The amount of security applications for end users has reached a point where the choice is starting to confuse users more than it is helping. Not only are programs using different terms, it becomes increasingly difficult to find out how those terms differ from one another. Could you explain the different between malware, spyware, trojans, worms and viruses to a layperson?
So called experts all have their set of tools that they recommend for certain situations but it can happen that you get a set of totally different applications for the same task when you are asking two advanced users.
To give an example. Should a user run Ad-Aware, Spybot Search And Destroy, Spyware Terminator or one of the other dozen or so anti-spyware applications that can be used freely for personal non-commercial use.
Too much choice can be confusing and this article tries to narrow down the list to security applications that are recommended most of the time. Some users will disagree with the choices and they have every right to do so. You can rest assured on the other hand that the selection of tools should be sufficient to scan a computer system thoroughly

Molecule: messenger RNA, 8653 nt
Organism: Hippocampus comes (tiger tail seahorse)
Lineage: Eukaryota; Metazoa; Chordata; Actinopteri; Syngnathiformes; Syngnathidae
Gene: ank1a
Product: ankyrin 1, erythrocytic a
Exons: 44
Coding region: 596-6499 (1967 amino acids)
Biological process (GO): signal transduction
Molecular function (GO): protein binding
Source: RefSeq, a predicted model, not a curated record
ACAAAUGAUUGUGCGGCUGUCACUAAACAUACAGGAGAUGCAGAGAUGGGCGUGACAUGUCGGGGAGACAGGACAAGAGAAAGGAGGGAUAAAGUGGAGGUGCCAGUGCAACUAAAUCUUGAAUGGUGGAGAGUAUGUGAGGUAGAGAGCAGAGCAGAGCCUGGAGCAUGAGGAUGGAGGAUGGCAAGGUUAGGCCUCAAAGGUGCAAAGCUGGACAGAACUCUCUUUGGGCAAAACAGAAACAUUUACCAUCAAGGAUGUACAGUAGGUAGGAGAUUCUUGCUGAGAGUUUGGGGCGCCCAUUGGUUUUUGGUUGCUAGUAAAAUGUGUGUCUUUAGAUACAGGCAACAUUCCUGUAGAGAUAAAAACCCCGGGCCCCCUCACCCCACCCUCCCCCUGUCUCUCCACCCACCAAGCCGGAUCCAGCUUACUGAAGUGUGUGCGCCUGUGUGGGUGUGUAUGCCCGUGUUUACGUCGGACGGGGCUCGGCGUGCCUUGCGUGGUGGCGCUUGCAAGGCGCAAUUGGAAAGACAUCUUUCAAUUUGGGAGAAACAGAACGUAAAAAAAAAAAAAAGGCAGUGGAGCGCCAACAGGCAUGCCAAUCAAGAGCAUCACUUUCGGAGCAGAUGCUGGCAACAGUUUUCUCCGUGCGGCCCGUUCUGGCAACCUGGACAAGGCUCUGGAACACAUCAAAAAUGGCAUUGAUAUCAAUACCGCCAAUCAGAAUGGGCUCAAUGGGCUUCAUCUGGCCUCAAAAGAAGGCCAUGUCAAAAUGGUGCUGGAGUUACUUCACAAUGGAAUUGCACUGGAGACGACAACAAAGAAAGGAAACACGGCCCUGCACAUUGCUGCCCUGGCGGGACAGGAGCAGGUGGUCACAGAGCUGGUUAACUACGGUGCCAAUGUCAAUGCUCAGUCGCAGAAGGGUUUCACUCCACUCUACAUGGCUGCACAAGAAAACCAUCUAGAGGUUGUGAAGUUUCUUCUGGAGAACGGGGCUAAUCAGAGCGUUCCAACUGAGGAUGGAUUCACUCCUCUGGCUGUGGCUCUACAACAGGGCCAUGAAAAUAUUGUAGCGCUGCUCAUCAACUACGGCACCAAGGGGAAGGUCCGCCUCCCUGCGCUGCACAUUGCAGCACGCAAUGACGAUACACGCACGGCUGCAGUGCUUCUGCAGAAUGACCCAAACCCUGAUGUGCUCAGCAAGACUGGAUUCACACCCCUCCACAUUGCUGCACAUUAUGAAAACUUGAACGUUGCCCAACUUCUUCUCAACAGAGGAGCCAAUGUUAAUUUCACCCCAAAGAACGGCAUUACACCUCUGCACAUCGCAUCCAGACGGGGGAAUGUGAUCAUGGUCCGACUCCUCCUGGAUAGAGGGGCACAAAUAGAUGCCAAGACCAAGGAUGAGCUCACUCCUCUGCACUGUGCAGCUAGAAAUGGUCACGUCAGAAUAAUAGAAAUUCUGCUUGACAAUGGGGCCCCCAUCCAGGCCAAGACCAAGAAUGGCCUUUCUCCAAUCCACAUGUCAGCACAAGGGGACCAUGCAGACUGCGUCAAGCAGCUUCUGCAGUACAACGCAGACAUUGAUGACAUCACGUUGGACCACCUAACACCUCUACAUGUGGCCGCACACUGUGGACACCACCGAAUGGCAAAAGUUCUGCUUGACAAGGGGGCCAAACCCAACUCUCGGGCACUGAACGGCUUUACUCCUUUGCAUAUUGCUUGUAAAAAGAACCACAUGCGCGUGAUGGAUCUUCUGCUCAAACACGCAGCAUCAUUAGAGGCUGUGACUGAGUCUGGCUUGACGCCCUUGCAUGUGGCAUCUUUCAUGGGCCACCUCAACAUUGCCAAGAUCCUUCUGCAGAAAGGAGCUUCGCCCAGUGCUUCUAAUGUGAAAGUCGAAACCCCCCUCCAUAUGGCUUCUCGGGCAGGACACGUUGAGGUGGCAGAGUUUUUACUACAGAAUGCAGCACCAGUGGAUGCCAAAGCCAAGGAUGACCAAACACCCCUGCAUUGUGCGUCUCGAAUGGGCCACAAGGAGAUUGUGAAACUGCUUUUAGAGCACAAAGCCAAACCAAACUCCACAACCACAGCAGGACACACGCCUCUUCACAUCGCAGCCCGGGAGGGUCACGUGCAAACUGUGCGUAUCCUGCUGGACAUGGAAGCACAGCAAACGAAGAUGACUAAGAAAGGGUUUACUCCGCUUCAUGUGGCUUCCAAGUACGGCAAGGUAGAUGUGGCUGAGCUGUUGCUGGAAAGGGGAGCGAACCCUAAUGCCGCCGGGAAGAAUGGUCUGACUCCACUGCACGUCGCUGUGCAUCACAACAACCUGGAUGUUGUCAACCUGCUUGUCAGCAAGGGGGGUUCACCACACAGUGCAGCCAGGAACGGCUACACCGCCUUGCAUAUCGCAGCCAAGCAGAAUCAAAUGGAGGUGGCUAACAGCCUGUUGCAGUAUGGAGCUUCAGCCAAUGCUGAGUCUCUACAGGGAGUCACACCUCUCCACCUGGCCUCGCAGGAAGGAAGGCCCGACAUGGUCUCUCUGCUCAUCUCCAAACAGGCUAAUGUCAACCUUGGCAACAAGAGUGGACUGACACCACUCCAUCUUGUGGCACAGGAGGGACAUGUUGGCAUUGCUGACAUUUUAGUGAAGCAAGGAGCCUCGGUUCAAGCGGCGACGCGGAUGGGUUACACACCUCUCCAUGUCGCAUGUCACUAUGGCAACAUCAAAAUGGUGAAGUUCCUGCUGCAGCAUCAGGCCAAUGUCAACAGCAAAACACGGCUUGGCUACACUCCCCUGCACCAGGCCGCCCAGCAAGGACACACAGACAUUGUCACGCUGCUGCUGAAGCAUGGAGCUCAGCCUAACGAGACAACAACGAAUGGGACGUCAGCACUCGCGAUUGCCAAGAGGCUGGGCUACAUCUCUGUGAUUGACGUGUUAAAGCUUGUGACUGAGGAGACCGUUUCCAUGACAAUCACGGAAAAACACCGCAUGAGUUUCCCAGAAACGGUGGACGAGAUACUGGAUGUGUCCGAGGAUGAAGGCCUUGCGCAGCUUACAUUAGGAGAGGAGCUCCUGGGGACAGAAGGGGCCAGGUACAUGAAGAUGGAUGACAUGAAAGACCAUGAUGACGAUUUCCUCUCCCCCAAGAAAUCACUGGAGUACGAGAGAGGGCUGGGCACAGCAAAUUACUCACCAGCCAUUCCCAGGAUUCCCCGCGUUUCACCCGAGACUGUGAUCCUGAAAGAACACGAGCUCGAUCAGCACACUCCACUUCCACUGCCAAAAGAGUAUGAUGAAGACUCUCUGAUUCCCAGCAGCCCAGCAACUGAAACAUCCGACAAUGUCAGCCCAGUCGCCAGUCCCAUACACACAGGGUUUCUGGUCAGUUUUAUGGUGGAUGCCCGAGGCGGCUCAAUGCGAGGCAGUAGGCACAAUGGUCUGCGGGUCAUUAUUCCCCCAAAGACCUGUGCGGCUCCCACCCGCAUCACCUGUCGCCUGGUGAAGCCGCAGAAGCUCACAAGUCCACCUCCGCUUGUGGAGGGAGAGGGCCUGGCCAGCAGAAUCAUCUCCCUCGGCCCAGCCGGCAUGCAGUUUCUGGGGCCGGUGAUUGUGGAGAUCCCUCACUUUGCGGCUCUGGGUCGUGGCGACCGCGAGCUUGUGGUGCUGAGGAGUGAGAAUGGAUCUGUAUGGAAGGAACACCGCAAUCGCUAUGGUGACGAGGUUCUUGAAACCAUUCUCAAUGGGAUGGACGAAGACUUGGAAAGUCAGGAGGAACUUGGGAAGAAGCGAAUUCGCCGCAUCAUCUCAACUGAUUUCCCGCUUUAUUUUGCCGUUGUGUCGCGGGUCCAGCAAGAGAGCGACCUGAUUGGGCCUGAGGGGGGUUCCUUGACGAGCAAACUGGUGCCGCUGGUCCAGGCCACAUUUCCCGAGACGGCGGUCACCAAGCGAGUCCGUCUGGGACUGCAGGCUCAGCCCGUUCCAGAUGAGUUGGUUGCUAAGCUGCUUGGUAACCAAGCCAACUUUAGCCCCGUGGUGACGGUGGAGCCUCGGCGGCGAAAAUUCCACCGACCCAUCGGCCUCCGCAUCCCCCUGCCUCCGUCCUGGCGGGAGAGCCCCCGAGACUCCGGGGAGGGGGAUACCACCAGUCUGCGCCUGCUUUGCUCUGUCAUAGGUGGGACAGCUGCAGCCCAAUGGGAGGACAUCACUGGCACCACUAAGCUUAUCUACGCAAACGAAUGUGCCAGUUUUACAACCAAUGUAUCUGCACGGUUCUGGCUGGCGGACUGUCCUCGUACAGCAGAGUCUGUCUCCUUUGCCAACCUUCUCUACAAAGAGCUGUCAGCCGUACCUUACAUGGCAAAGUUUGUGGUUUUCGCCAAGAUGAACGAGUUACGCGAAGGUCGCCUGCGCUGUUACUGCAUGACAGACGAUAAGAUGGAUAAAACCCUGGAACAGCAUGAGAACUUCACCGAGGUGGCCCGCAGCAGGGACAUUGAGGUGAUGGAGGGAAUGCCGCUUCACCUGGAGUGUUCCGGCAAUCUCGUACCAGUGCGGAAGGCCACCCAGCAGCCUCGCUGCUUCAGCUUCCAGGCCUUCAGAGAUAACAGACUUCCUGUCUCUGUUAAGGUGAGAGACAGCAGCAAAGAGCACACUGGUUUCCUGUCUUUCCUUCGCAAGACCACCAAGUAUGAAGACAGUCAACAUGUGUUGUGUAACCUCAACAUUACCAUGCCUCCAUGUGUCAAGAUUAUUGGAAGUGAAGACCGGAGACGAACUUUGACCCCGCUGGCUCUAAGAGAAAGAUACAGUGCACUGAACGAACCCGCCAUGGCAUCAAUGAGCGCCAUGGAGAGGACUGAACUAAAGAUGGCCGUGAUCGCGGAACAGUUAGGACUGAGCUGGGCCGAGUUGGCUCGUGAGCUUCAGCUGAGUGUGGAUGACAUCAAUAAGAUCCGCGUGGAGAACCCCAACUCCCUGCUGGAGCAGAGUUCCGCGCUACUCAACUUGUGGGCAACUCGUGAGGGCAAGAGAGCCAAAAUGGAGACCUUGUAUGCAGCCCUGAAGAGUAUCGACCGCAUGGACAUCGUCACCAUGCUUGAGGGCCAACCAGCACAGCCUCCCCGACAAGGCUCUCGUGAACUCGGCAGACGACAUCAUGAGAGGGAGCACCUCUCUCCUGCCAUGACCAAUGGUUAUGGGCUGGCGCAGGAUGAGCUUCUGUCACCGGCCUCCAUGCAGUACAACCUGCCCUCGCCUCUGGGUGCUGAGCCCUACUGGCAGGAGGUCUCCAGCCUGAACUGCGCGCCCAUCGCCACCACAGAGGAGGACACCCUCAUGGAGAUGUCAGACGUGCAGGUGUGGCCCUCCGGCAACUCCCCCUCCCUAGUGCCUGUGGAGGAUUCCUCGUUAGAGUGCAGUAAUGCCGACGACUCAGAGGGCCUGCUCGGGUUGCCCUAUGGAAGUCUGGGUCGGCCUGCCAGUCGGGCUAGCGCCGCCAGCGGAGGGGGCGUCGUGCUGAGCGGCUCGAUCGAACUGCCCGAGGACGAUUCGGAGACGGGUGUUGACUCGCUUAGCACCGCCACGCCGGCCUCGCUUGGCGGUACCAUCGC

Spyware usually refers to malicious software that tries to spy on the user or serve advertisement while the system is running. This can be done with tracking cookies, changing the user's homepage or showing popups from time to time.
Anti-virus applications create probably the most controversy. There is so much choice of free and commercial applications so that it becomes nearly impossible to make a decision. The applications protect the computer in realtime and can scan the computer thoroughly.
Rootkits have been gaining popularity in the last years and one could say that Sony did not have a small part in raising the public's perception of rootkits with their music CDs that contained a rootkit in order to prevent customers from copying the music.
Is the list missing any categories? Would you put other applications up there (I know you would so let me know)?
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Ghacks is a technology news blog that was founded in 2005 by Martin Brinkmann. It has since then become one of the most popular tech news sites on the Internet with five authors and regular contributions from freelance writers.